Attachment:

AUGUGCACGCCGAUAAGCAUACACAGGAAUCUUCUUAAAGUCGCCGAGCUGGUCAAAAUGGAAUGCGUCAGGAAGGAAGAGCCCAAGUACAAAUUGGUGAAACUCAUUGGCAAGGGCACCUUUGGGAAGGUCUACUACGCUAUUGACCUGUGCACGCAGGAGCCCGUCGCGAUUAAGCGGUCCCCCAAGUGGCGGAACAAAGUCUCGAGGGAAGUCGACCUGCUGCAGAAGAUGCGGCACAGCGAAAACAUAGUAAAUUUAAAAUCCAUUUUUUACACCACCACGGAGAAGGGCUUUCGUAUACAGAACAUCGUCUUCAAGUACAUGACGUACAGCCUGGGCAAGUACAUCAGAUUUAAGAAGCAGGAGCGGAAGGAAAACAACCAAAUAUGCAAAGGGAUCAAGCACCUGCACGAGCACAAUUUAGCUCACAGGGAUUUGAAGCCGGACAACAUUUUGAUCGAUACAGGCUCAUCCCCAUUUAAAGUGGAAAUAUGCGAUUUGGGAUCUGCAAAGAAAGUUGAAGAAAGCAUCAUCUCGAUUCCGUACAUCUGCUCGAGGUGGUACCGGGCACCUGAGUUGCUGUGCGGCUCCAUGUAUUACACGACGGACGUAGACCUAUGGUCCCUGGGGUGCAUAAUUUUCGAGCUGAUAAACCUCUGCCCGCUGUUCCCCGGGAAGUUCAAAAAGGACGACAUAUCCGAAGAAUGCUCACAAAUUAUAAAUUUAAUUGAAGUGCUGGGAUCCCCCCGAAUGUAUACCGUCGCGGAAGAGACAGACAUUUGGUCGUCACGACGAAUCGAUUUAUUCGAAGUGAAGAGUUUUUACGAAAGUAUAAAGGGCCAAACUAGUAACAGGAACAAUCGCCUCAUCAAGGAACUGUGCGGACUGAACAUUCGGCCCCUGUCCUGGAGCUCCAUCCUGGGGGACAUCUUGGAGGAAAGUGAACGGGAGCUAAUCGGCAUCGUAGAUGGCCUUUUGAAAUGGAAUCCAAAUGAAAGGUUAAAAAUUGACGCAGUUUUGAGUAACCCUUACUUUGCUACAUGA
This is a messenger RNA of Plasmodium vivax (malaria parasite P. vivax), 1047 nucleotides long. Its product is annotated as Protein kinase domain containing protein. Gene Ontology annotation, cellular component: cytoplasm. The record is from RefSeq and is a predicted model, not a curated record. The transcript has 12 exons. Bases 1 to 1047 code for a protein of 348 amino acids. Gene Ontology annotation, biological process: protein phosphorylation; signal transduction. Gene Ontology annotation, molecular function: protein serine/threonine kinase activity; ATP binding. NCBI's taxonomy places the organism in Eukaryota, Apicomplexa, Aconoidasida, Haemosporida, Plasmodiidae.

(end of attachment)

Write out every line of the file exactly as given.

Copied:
AUGUGCACGCCGAUAAGCAUACACAGGAAUCUUCUUAAAGUCGCCGAGCUGGUCAAAAUGGAAUGCGUCAGGAAGGAAGAGCCCAAGUACAAAUUGGUGAAACUCAUUGGCAAGGGCACCUUUGGGAAGGUCUACUACGCUAUUGACCUGUGCACGCAGGAGCCCGUCGCGAUUAAGCGGUCCCCCAAGUGGCGGAACAAAGUCUCGAGGGAAGUCGACCUGCUGCAGAAGAUGCGGCACAGCGAAAACAUAGUAAAUUUAAAAUCCAUUUUUUACACCACCACGGAGAAGGGCUUUCGUAUACAGAACAUCGUCUUCAAGUACAUGACGUACAGCCUGGGCAAGUACAUCAGAUUUAAGAAGCAGGAGCGGAAGGAAAACAACCAAAUAUGCAAAGGGAUCAAGCACCUGCACGAGCACAAUUUAGCUCACAGGGAUUUGAAGCCGGACAACAUUUUGAUCGAUACAGGCUCAUCCCCAUUUAAAGUGGAAAUAUGCGAUUUGGGAUCUGCAAAGAAAGUUGAAGAAAGCAUCAUCUCGAUUCCGUACAUCUGCUCGAGGUGGUACCGGGCACCUGAGUUGCUGUGCGGCUCCAUGUAUUACACGACGGACGUAGACCUAUGGUCCCUGGGGUGCAUAAUUUUCGAGCUGAUAAACCUCUGCCCGCUGUUCCCCGGGAAGUUCAAAAAGGACGACAUAUCCGAAGAAUGCUCACAAAUUAUAAAUUUAAUUGAAGUGCUGGGAUCCCCCCGAAUGUAUACCGUCGCGGAAGAGACAGACAUUUGGUCGUCACGACGAAUCGAUUUAUUCGAAGUGAAGAGUUUUUACGAAAGUAUAAAGGGCCAAACUAGUAACAGGAACAAUCGCCUCAUCAAGGAACUGUGCGGACUGAACAUUCGGCCCCUGUCCUGGAGCUCCAUCCUGGGGGACAUCUUGGAGGAAAGUGAACGGGAGCUAAUCGGCAUCGUAGAUGGCCUUUUGAAAUGGAAUCCAAAUGAAAGGUUAAAAAUUGACGCAGUUUUGAGUAACCCUUACUUUGCUACAUGA
This is a messenger RNA of Plasmodium vivax (malaria parasite P. vivax), 1047 nucleotides long. Its product is annotated as Protein kinase domain containing protein. Gene Ontology annotation, cellular component: cytoplasm. The record is from RefSeq and is a predicted model, not a curated record. The transcript has 12 exons. Bases 1 to 1047 code for a protein of 348 amino acids. Gene Ontology annotation, biological process: protein phosphorylation; signal transduction. Gene Ontology annotation, molecular function: protein serine/threonine kinase activity; ATP binding. NCBI's taxonomy places the organism in Eukaryota, Apicomplexa, Aconoidasida, Haemosporida, Plasmodiidae.